A Bit of America in France

As some of you may know, a couple weeks ago, I was in France, “touring” with my daughter, who’s part of the Kettering Childrens Choir.

In some ways, the trip was disappointing, as the kids’ performance and rehearsal schedule prevented us from doing many of the things one goes to France for. We didn’t have time to see the Louvre, and while some went to Versailles, they only got to spend a couple hours there. I’d been to France before, with a group in high school, so I’d seen the big attractions.

However, we did see some that I did not see when I was there before. One of those was Omaha Beach and the Normandy American Cemetery.

They did not disappoint. The travel agent told us beforehand that many of us would find it a moving experience, and she was right.

We went to Omaha Beach first, and the sight of the memorial statue where the Allied forces first landed to retake Europe from the Nazis in 1944 was breathtaking. There was something about those giant, curved wedges rising from the sand in a stark, otherwise empty beach that struck me like a punch in the gut. Although it was late June, the beach was windy as hell (probably 50mph gusts), overcast, and chilly – probably under 60 degrees. Our tour group was set up to have a picnic lunch there, but it’s hard to eat when sand’s blowing in your food and eyes. I can’t imagine what the Allied soldiers went through when they landed there, battling not only weather much worse than what we experienced, but also the threat of the Germans.

Afterward, we went to the cemetery. The size of it is staggering, and really made it hit home when we learned that almost 10,000 soldiers are buried there, plus a few support staff – including four women. Then, considering that only a fraction of the dead were buried there – many families elected to have their loved ones’ bodies sent home – and that this was only the Americans, the immense sacrifice was even more mind-boggling.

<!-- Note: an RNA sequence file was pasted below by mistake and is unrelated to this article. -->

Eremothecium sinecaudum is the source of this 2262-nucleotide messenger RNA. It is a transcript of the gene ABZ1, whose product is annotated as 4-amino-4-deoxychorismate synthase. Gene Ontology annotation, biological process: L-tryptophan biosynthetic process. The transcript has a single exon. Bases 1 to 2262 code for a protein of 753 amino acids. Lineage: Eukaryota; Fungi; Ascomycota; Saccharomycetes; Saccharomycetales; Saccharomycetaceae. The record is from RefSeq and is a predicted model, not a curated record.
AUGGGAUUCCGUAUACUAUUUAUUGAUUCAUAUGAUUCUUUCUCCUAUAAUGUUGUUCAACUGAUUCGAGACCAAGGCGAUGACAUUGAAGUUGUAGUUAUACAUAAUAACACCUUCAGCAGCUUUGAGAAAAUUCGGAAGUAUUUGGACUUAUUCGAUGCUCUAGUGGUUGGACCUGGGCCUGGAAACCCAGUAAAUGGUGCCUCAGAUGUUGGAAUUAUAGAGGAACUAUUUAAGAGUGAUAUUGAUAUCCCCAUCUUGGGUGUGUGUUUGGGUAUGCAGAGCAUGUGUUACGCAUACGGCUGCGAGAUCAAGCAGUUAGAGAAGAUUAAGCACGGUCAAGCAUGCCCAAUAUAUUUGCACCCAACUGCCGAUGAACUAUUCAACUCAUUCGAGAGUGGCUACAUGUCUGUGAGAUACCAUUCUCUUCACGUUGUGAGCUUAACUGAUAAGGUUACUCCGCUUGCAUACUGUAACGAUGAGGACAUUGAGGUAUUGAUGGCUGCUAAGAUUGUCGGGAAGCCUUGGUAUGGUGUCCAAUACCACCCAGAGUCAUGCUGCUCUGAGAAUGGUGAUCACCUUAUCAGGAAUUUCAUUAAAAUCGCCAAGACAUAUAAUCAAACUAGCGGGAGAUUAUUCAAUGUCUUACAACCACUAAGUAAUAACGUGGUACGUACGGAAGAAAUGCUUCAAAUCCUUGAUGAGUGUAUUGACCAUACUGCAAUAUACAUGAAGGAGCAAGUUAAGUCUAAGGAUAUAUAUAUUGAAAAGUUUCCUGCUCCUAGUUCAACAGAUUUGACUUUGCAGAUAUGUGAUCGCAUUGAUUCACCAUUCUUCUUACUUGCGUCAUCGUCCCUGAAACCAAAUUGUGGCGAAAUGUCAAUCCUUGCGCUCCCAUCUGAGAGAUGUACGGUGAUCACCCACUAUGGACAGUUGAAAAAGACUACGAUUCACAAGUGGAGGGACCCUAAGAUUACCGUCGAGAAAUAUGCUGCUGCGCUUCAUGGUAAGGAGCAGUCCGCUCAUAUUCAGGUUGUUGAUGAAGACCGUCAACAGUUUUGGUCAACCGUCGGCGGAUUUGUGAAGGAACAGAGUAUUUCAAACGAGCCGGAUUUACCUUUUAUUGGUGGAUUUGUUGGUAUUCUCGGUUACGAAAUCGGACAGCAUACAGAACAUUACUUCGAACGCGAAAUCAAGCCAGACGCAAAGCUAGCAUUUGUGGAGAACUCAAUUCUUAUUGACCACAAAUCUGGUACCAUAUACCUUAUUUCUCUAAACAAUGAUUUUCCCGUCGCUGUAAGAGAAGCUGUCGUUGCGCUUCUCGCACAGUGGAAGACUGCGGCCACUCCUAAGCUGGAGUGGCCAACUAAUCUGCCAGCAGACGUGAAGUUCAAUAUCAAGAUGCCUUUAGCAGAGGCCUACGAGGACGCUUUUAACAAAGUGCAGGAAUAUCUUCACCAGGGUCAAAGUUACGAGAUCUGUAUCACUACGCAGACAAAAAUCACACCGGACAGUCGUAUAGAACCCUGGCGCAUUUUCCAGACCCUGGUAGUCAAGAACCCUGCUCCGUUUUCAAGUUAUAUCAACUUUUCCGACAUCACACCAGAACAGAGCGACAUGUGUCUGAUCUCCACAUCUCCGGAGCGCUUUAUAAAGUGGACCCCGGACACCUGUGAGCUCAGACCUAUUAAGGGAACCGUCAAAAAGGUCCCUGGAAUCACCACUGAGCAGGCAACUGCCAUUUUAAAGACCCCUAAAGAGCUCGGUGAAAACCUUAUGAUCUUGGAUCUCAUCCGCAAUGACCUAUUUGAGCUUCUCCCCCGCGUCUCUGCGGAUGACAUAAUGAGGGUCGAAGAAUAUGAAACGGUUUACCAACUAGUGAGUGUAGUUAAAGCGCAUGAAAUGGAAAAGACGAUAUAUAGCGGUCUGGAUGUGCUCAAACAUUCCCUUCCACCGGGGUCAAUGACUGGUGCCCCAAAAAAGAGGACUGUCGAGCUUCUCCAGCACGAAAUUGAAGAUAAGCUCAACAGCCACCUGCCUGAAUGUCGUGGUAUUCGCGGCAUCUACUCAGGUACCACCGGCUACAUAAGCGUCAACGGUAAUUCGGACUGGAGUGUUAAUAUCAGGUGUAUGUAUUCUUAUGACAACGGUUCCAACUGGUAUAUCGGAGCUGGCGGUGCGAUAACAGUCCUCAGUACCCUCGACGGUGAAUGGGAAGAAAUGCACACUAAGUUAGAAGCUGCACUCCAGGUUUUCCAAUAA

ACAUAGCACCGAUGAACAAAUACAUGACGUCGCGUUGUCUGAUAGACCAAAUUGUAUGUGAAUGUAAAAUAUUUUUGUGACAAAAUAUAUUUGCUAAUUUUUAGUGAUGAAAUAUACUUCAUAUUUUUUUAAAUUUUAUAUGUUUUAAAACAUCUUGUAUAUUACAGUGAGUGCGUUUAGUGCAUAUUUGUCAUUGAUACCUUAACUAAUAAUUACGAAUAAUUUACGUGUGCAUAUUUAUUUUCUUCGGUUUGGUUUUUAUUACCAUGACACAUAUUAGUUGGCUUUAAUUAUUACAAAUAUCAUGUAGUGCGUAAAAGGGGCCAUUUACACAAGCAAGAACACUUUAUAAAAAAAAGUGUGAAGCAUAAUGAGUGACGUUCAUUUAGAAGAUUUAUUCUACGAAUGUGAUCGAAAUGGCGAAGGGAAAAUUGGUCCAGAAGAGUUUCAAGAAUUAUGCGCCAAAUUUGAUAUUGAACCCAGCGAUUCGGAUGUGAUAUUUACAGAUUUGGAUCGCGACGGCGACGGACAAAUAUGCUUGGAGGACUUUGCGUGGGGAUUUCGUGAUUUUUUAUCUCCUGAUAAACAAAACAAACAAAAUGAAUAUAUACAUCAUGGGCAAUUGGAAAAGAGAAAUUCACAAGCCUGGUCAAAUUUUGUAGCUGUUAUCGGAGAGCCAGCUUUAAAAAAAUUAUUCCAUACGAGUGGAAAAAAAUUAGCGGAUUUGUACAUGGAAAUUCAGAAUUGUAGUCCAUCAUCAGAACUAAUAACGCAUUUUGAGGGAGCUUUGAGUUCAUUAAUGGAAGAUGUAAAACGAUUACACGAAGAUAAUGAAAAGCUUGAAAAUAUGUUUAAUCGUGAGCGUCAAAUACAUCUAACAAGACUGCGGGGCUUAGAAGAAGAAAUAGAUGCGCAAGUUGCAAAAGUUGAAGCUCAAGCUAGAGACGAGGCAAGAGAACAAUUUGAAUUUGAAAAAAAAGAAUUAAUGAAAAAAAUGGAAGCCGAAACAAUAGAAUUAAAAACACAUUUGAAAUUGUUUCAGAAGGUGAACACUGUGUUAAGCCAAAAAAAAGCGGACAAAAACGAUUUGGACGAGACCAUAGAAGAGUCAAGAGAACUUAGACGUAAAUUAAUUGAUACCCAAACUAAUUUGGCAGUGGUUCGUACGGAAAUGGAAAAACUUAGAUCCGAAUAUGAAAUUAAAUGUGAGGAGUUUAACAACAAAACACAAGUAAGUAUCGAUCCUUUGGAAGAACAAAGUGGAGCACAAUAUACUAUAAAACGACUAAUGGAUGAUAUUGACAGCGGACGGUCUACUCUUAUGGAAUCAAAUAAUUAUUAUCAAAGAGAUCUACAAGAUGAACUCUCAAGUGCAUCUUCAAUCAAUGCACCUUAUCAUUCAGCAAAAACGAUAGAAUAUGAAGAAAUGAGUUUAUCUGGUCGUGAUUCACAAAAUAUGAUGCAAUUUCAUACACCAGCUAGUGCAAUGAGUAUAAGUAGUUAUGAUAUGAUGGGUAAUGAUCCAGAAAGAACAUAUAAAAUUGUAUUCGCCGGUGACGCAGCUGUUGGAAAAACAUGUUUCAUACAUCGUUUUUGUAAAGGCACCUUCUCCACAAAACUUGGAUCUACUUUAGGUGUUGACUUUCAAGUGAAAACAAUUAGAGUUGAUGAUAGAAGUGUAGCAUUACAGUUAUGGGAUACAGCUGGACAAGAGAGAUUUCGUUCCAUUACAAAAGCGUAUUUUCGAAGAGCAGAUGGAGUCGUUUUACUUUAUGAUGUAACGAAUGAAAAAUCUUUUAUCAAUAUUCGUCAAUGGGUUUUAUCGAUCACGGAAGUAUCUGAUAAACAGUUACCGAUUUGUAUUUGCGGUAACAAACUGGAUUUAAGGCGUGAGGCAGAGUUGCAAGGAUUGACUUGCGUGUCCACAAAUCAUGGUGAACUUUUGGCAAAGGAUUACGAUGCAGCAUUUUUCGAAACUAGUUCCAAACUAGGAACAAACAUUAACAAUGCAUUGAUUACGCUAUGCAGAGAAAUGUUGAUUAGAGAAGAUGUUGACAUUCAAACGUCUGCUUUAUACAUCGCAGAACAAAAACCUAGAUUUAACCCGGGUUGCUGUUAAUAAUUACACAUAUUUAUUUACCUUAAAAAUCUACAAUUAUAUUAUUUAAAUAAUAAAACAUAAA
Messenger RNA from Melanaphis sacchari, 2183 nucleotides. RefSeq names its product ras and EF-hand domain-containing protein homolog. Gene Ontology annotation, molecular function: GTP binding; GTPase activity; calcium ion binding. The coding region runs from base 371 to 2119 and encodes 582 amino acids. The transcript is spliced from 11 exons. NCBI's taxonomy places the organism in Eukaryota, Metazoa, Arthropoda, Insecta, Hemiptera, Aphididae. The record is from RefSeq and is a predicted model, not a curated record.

But what struck me the most was this: The French have not forgotten U.S., U.K., Canada, and other Allied forces did for Europe almost 70 years ago. After the war was over, they worked with the U.S. military to return the bodies of the Americans whose families requested it; and for those whose families decided it was more fitting that their remains stay where they’d fallen, they built the American Cemetery. Other Allied solders were buried in commonwealth cemeteries throughout the area, the answer to a very good question my daughter asked. But the French understood the importance our culture places on honoring our military, and made a special place to honor them. Today, it’s as immaculately maintained as any VA cemetery on U.S. soil, and attracts millions of visitors every year.

After our tour of the grounds, the choir performed in front of the Garden of the Missing (about 1500 soldiers whose bodies were never recovered). It was touching to see the crowds that gathered to watch them, especially the WWII vet who had tears in his eyes by the time the kids finished.


We may not have had the chance to go up in the Eiffel Tower, or see the Mona Lisa. But that windy day in Normandy, I think we saw something even more important and worthwhile. If you ever have the chance to visit northern France, I highly recommend the American Cemetery and museum.

Have you been to Omaha Beach or the American Cemetery in France, or something similar elsewhere? Whatever your nationality, what did you think? Oh, and happy belated Fourth of July!

Here’s a two-minute video about the Cemetery, if you’re interested: